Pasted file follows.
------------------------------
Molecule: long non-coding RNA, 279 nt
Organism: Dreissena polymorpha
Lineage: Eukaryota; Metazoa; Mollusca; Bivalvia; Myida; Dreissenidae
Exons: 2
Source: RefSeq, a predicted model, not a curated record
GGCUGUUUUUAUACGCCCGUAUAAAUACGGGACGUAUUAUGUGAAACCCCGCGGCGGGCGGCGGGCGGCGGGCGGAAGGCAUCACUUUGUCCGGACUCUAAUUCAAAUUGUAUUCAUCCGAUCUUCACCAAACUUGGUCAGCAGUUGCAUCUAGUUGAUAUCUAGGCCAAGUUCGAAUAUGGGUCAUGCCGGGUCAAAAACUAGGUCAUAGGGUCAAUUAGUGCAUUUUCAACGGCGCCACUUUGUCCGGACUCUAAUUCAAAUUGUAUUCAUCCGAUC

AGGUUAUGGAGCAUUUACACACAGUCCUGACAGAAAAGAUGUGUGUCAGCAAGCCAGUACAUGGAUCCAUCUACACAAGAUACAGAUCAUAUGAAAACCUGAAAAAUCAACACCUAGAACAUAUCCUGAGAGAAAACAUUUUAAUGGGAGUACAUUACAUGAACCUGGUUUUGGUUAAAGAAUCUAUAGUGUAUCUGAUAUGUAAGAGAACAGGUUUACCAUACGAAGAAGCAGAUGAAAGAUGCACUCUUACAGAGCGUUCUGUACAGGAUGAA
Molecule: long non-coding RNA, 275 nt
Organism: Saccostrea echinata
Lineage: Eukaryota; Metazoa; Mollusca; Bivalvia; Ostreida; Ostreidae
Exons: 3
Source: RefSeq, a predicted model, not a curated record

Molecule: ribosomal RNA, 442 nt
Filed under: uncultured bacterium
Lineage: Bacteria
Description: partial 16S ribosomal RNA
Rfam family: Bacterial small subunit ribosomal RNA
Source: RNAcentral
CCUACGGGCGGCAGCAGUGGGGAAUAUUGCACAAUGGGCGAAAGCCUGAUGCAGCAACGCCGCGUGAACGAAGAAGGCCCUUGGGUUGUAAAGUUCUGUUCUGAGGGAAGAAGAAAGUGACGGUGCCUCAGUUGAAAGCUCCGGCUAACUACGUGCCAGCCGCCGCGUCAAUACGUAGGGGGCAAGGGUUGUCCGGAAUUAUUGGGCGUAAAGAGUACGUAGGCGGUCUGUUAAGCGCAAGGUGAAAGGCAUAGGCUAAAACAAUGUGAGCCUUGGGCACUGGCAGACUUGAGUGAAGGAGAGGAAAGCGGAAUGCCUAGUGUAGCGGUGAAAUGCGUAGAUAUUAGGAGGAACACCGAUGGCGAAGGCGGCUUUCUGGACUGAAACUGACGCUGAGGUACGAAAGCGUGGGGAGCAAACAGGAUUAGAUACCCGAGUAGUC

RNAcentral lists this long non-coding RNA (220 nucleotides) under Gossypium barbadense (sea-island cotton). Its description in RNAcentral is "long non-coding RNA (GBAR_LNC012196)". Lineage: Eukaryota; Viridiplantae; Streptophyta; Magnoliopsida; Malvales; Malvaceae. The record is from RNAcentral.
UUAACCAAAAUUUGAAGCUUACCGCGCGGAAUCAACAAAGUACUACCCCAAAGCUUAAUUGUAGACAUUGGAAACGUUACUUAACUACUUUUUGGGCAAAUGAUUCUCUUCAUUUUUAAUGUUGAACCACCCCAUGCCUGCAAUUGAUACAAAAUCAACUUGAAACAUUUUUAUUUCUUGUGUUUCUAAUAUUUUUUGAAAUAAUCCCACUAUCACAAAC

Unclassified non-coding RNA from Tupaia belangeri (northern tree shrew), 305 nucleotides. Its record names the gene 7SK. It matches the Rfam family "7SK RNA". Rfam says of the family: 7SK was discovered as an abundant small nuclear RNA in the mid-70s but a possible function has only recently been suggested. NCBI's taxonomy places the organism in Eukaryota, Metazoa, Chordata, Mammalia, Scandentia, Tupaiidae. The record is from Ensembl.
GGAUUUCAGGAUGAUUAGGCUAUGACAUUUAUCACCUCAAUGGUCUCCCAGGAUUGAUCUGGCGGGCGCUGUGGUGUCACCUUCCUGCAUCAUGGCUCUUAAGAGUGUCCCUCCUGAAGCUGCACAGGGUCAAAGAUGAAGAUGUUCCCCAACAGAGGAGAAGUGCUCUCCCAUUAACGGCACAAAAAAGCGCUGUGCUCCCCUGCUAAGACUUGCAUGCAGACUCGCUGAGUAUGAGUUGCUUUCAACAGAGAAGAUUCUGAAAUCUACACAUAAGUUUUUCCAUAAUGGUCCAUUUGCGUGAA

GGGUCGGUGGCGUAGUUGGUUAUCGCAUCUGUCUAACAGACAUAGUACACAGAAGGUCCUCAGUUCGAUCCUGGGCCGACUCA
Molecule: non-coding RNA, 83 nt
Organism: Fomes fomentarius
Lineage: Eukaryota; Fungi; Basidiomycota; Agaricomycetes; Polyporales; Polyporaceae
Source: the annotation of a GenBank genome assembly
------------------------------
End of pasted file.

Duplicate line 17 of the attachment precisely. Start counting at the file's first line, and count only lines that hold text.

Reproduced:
Rfam family: Bacterial small subunit ribosomal RNA